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Can foreign books help toddlers gain a different perspective?

2014-10-27 09:20 Global Times Web Editor: Qian Ruisha

When Mu Tongtong sits down to read her 3-year-old daughter a story, lifting her gently onto her lap and opening a large picture book, it is an English story with Mu's handwritten translations on each page.

"The book is called My Pop-up Body Book, and I bought it on Amazon from the UK," said Mu, 32, who works in a foreign trading company as an interpreter.

"When I was studying in the UK in 2010, I found that children's books were quite interesting, focusing on telling practical knowledge instead of making up boring stories like most of the children's books do in China," she said.

Once Mu became pregnant, she began to buy imported children's books and translate them by herself. The book that Mu is reading to her daughter at the moment is about the human body, and is easy for kids to follow.

"'You are a spectacular machine that can run on just food, water and air. So let's find out how you work and what you're made of, starting with where you came from,'" recited Mu from the book's opening. "This was the first lesson I taught my daughter, which got her quite interested."

Mu is not alone in seeing the benefits that foreign books can have on children. She has joined a group on the instant messaging service QQ where over 100 parents share their experiences in translating foreign books for children.

"I think foreign children's books contain more practical knowledge and their fairy tales are full of imagination, which could be because of the differences between Chinese and foreign people," said a man surnamed Li, who has a 5-year-old son and is in the same QQ group as Mu. "Maybe viewing things in a different perspective at an early age is a good thing."

According to a report by China Press and Publishing Journal in December 2013, many Chinese parents who can speak foreign languages are beginning to translate children's books by themselves, thus becoming a fresh force pushing the publishing industry of children's books in China.

Chen Jun, professor of Fujian Preschool Education College, said in a xinhuanet.com report in April 2014 that children's literature in China has a rather short history, only beginning in 1919. Chen believes the period in which this literature was written explains the nature of the stories which are indoctrination rather than interesting and humorous like foreign stories.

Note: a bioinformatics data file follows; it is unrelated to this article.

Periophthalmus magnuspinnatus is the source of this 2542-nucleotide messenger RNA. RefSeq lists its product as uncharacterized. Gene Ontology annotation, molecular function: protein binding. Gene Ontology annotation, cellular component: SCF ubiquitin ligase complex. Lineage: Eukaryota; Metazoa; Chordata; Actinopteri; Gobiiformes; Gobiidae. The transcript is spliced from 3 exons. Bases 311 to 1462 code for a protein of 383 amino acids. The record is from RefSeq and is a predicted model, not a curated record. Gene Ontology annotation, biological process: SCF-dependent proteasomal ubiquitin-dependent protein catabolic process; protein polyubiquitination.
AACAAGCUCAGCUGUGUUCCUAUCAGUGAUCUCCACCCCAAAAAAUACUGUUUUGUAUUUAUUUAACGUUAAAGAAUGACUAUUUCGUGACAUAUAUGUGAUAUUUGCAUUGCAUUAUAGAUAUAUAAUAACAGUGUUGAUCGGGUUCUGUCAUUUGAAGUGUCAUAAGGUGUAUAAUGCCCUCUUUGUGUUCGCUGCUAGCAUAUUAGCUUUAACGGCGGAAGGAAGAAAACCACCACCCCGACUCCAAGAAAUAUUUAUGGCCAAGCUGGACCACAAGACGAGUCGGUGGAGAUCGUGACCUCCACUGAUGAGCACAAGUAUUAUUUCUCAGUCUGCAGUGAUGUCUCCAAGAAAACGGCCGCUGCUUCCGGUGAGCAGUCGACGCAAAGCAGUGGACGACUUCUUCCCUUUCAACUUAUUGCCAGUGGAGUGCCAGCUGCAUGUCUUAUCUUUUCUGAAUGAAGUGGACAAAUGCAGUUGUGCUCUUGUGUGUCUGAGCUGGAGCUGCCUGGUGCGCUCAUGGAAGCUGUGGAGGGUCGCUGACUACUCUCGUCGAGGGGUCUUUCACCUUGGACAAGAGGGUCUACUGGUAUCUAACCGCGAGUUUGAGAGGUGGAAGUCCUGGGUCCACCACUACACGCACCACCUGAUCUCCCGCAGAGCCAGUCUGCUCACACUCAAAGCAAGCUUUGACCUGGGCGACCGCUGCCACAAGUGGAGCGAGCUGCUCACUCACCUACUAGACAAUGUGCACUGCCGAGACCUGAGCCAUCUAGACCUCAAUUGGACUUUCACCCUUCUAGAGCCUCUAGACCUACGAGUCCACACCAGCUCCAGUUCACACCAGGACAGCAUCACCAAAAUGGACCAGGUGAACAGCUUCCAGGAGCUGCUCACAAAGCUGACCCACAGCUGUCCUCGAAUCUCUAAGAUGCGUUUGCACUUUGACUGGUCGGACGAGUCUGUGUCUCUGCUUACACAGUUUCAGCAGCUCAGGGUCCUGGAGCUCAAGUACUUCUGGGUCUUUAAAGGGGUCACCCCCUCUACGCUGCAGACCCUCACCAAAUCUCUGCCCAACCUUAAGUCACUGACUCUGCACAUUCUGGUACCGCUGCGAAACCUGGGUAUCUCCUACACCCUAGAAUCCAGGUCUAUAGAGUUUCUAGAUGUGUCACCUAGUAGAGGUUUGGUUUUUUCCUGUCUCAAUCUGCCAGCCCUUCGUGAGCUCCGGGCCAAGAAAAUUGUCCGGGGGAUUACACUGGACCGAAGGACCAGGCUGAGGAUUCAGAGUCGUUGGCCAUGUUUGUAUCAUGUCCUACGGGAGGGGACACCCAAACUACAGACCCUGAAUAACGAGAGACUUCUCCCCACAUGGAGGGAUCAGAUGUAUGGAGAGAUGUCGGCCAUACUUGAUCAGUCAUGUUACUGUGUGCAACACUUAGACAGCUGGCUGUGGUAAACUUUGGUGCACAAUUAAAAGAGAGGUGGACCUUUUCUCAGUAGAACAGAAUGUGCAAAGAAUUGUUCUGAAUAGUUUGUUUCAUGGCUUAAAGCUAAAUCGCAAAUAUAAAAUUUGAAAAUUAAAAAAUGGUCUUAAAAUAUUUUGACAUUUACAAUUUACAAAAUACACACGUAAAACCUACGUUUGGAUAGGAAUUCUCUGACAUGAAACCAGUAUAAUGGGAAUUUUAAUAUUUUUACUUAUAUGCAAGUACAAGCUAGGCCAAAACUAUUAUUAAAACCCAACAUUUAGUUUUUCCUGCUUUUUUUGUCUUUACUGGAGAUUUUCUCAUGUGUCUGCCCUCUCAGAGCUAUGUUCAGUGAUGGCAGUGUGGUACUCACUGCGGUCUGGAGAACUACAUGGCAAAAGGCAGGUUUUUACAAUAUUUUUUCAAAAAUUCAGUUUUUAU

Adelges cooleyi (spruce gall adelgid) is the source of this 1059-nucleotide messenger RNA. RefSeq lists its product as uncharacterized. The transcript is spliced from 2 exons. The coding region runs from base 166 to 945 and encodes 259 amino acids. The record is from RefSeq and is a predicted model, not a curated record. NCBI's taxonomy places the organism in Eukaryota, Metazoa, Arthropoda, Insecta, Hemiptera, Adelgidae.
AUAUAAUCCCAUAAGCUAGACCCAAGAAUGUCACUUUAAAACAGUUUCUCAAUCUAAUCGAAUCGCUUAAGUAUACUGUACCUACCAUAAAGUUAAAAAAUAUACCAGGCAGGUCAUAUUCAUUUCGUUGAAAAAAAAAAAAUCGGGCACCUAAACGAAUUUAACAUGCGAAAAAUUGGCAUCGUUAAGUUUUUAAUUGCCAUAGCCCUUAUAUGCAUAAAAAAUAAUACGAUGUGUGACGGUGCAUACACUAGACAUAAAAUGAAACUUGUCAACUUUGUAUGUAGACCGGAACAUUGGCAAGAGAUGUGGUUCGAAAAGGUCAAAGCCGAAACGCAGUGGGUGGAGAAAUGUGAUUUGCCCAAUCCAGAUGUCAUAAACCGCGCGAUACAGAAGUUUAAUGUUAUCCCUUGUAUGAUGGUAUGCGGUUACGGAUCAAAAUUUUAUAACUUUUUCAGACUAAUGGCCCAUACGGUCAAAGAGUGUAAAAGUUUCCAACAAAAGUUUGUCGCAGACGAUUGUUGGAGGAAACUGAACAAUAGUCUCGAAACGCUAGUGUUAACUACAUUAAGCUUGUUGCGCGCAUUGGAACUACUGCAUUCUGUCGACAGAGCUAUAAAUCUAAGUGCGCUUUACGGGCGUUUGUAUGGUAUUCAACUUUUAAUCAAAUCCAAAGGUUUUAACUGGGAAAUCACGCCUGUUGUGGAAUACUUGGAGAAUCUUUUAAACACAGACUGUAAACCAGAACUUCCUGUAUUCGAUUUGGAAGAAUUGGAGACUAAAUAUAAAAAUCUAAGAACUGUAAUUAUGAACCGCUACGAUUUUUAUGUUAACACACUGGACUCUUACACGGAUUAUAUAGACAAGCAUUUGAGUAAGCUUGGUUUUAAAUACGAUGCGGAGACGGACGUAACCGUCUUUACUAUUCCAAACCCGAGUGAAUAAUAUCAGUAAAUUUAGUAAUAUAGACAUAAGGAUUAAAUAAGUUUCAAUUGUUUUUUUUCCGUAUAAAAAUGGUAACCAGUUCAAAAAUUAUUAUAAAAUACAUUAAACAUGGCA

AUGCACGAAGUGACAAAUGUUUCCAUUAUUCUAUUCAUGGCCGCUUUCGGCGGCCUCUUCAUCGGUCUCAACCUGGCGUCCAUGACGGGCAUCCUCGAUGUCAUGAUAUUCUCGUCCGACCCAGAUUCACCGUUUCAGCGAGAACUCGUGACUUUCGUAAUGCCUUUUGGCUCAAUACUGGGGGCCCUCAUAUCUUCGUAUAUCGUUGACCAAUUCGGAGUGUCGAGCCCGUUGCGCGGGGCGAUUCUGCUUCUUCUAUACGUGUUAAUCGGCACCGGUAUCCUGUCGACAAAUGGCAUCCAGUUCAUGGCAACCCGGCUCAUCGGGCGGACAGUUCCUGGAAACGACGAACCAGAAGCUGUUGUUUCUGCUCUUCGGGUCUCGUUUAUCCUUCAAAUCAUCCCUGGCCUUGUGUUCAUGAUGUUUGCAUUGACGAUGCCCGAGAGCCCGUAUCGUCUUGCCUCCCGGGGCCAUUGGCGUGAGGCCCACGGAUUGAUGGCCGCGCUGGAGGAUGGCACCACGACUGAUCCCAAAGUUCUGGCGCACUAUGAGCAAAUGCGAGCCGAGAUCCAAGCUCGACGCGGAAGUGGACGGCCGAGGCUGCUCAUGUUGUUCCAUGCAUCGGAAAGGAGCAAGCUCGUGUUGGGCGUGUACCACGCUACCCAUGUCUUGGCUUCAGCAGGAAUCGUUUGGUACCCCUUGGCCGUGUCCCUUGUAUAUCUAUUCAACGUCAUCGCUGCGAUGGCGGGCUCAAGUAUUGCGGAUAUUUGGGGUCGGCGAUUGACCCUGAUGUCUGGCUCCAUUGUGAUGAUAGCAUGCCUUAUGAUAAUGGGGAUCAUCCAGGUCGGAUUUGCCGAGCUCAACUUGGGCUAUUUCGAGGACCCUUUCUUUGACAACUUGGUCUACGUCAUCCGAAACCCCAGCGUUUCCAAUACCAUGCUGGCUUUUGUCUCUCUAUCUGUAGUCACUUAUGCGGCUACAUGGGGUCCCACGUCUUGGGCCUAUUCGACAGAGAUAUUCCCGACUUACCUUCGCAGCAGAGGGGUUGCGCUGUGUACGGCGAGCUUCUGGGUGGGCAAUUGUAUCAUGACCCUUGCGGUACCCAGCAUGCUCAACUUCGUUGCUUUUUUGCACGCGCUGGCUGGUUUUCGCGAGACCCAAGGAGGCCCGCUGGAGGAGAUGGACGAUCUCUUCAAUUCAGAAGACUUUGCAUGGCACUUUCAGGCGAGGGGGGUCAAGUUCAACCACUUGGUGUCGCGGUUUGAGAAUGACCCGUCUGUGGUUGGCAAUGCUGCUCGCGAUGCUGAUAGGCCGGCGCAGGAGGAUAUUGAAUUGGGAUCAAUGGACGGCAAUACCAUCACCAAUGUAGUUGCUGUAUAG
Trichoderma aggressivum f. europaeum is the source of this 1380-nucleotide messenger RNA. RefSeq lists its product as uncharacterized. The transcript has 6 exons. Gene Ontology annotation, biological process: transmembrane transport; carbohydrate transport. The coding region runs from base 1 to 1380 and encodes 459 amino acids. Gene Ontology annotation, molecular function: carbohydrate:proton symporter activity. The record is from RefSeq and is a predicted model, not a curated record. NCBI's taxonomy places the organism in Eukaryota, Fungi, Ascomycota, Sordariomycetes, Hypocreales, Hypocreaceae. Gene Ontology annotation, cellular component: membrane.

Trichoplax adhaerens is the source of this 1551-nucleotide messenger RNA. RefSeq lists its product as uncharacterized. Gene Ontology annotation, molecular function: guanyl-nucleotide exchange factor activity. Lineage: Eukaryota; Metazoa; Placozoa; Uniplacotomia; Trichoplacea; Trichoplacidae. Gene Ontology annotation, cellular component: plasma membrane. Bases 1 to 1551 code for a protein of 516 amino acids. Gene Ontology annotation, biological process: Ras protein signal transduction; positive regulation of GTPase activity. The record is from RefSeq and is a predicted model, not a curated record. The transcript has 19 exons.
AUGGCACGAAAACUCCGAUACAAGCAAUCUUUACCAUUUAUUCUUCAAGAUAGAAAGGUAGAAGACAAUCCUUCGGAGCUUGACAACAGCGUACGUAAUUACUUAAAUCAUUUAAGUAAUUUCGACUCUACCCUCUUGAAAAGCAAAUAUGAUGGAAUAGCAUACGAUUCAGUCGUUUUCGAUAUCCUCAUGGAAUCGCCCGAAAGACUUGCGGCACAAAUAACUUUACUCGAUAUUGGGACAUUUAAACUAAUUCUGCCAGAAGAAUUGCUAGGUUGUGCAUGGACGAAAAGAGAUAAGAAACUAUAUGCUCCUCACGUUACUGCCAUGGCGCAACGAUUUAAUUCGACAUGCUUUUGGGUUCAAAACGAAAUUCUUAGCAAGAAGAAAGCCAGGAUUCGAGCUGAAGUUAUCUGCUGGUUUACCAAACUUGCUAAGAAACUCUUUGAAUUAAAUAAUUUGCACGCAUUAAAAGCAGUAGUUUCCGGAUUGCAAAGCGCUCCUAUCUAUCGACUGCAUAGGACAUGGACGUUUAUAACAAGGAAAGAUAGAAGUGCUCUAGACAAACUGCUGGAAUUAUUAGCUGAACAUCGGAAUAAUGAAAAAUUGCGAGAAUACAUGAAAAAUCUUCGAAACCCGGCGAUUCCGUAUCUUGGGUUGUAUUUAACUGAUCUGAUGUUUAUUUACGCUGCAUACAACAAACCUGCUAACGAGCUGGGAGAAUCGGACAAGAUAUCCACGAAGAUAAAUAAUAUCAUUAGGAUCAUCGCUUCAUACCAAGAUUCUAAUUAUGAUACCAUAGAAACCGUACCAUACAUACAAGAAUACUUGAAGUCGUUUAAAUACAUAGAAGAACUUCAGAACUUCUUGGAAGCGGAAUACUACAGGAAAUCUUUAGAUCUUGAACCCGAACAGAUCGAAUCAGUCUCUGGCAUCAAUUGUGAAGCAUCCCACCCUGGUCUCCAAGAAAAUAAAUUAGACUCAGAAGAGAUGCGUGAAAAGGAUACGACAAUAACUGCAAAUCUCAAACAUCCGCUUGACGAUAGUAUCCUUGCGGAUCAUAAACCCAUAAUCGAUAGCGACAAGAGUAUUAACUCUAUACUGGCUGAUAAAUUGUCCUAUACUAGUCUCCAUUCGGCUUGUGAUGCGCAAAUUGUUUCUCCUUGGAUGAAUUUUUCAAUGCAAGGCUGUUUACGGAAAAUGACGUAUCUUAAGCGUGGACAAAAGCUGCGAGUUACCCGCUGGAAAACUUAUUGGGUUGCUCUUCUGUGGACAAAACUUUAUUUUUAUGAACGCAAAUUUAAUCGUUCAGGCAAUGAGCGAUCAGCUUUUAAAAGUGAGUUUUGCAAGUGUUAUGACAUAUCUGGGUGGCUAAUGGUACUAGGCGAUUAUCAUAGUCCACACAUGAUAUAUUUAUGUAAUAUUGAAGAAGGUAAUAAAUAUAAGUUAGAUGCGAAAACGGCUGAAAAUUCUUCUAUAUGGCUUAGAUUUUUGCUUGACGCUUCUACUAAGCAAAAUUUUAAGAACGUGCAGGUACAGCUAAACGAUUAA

However, not all education experts are convinced of the benefits that foreign books can have on young Chinese children. Chen Zhilin, a psychologist who specializes in parent-child relationships and childhood education, said that he does not encourage translating foreign books for children.

According to Chen Zhilin, informative reading materials are closely related to regional psychology, and the diversity between cultures may confuse a child.

"Therefore I suggest some traditional children's books such as Sanzijing (Three Character Classic) and Baijiaxing (Hundred Family Surnames)," he said.

"These books are vital to Chinese wisdom. Even though some young parents think they are stodgy and doctrinal, children will naturally digest and benefit from the classics when they grow older," Chen Zhilin added.

He also pointed out that children are very weak in their ability to think independently, with almost no knowledge of foreign cultures. It is hard for children to understand the context in which foreign stories are told.

"Translated books do have their shortcomings," admits Mu. "For example, my daughter often feels puzzled because she looks different to the children drawn in her books, which are all Westerners."

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